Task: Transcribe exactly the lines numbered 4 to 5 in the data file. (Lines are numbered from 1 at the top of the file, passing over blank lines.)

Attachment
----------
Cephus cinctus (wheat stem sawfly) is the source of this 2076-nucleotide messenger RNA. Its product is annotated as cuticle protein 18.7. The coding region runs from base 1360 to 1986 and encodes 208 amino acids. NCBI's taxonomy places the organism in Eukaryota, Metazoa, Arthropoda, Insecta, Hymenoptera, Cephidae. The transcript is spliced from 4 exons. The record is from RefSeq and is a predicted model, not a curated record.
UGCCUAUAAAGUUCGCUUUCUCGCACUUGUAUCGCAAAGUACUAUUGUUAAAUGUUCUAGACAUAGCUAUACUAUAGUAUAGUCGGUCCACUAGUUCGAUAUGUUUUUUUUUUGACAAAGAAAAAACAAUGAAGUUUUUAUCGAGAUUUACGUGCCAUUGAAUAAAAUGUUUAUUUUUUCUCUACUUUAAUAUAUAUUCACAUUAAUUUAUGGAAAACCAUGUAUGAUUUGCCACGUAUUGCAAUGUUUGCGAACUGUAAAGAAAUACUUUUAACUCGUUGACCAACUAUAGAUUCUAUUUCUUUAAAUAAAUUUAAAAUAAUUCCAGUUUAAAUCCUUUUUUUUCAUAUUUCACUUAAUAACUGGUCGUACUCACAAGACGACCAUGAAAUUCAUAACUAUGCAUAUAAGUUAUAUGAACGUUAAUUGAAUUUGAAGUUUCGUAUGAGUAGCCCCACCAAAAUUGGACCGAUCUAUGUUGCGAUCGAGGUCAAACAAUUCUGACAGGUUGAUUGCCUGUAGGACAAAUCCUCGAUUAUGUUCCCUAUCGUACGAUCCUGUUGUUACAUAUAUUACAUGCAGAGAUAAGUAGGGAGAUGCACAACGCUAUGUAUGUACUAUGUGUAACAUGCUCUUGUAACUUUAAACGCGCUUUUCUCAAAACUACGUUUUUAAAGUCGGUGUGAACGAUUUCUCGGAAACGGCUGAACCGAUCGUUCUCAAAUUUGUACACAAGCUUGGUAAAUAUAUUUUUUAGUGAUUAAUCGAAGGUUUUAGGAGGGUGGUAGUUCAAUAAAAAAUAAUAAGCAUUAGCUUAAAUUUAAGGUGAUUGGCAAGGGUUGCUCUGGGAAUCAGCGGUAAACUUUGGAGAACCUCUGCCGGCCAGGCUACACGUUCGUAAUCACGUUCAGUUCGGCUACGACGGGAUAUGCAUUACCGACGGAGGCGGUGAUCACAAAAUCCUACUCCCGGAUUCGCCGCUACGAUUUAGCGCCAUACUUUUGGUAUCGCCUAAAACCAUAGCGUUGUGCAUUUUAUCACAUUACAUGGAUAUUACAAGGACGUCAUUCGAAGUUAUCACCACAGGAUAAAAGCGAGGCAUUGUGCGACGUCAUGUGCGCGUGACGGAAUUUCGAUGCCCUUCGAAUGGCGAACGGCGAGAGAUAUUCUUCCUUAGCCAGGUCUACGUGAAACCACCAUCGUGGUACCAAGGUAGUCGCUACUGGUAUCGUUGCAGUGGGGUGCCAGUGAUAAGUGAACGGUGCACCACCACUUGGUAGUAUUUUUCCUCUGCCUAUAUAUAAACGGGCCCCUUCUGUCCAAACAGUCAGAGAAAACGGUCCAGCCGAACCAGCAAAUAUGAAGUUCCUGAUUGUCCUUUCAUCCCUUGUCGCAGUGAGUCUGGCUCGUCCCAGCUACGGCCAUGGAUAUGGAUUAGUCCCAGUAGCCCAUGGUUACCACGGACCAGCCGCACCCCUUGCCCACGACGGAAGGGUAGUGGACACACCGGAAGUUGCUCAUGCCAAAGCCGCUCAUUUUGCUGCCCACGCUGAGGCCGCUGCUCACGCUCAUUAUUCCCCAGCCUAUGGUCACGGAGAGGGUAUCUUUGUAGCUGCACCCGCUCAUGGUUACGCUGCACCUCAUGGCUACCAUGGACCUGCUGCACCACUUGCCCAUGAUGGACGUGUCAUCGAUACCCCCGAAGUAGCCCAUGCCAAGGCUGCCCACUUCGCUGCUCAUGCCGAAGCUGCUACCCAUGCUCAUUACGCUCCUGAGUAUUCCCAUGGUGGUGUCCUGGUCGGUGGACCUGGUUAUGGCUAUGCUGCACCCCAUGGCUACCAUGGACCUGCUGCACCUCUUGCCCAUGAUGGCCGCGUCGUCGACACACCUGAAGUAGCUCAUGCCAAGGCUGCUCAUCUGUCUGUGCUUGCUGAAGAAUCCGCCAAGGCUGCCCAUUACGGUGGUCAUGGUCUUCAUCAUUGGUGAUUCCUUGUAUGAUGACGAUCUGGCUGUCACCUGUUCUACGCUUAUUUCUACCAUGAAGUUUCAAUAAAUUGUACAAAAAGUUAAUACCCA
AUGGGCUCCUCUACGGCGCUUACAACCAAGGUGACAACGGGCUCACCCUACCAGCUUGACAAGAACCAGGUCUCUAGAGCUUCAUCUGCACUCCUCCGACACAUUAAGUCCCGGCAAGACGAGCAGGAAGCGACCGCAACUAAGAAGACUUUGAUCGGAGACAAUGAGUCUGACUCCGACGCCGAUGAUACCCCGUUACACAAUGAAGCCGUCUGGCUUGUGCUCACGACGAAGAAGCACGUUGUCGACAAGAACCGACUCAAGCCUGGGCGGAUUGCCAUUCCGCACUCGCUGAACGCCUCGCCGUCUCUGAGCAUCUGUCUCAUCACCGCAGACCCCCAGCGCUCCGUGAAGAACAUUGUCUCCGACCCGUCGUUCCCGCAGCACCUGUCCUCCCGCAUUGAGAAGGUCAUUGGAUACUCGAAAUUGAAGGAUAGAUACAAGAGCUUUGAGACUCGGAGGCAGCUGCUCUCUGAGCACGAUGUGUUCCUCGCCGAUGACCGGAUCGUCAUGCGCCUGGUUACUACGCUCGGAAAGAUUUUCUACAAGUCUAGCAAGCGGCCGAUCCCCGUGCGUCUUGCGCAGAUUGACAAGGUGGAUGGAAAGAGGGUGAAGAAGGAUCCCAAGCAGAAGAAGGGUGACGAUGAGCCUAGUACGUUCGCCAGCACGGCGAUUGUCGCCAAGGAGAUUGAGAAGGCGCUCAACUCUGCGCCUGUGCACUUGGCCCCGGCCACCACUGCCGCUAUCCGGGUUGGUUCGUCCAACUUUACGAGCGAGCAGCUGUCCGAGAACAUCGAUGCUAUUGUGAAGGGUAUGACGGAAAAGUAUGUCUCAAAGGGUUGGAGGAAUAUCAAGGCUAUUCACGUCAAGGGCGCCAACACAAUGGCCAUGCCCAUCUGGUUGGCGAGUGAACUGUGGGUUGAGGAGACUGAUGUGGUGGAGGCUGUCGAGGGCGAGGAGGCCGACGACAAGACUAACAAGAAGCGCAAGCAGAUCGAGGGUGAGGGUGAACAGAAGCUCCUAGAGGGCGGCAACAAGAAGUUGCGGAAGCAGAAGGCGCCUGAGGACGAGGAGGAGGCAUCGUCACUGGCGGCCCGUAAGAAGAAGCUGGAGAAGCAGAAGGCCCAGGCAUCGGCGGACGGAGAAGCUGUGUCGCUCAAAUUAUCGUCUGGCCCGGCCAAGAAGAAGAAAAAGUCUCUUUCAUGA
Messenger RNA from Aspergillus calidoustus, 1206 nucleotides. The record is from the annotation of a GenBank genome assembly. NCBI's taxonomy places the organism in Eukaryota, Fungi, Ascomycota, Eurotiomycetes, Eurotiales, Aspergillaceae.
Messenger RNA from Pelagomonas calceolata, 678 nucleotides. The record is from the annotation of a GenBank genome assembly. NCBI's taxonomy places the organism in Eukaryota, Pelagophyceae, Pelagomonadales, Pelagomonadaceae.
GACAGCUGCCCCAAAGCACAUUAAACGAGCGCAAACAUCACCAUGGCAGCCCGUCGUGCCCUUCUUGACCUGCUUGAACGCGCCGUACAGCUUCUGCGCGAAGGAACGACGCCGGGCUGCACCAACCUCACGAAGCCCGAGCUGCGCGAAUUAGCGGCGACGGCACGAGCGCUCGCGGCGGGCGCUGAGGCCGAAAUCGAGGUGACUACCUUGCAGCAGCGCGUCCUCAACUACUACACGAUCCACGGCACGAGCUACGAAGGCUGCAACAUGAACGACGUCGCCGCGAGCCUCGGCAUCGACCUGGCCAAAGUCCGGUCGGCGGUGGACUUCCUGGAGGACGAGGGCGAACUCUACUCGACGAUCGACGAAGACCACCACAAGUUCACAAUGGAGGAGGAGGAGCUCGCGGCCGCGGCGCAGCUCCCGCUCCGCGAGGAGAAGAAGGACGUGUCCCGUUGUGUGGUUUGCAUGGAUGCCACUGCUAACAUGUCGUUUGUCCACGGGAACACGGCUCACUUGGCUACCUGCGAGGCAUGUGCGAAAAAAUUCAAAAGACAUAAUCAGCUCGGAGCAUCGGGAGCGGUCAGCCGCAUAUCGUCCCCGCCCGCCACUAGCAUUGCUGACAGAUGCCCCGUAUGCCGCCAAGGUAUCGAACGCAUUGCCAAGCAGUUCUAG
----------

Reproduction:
Messenger RNA from Aspergillus calidoustus, 1206 nucleotides. The record is from the annotation of a GenBank genome assembly. NCBI's taxonomy places the organism in Eukaryota, Fungi, Ascomycota, Eurotiomycetes, Eurotiales, Aspergillaceae.
Messenger RNA from Pelagomonas calceolata, 678 nucleotides. The record is from the annotation of a GenBank genome assembly. NCBI's taxonomy places the organism in Eukaryota, Pelagophyceae, Pelagomonadales, Pelagomonadaceae.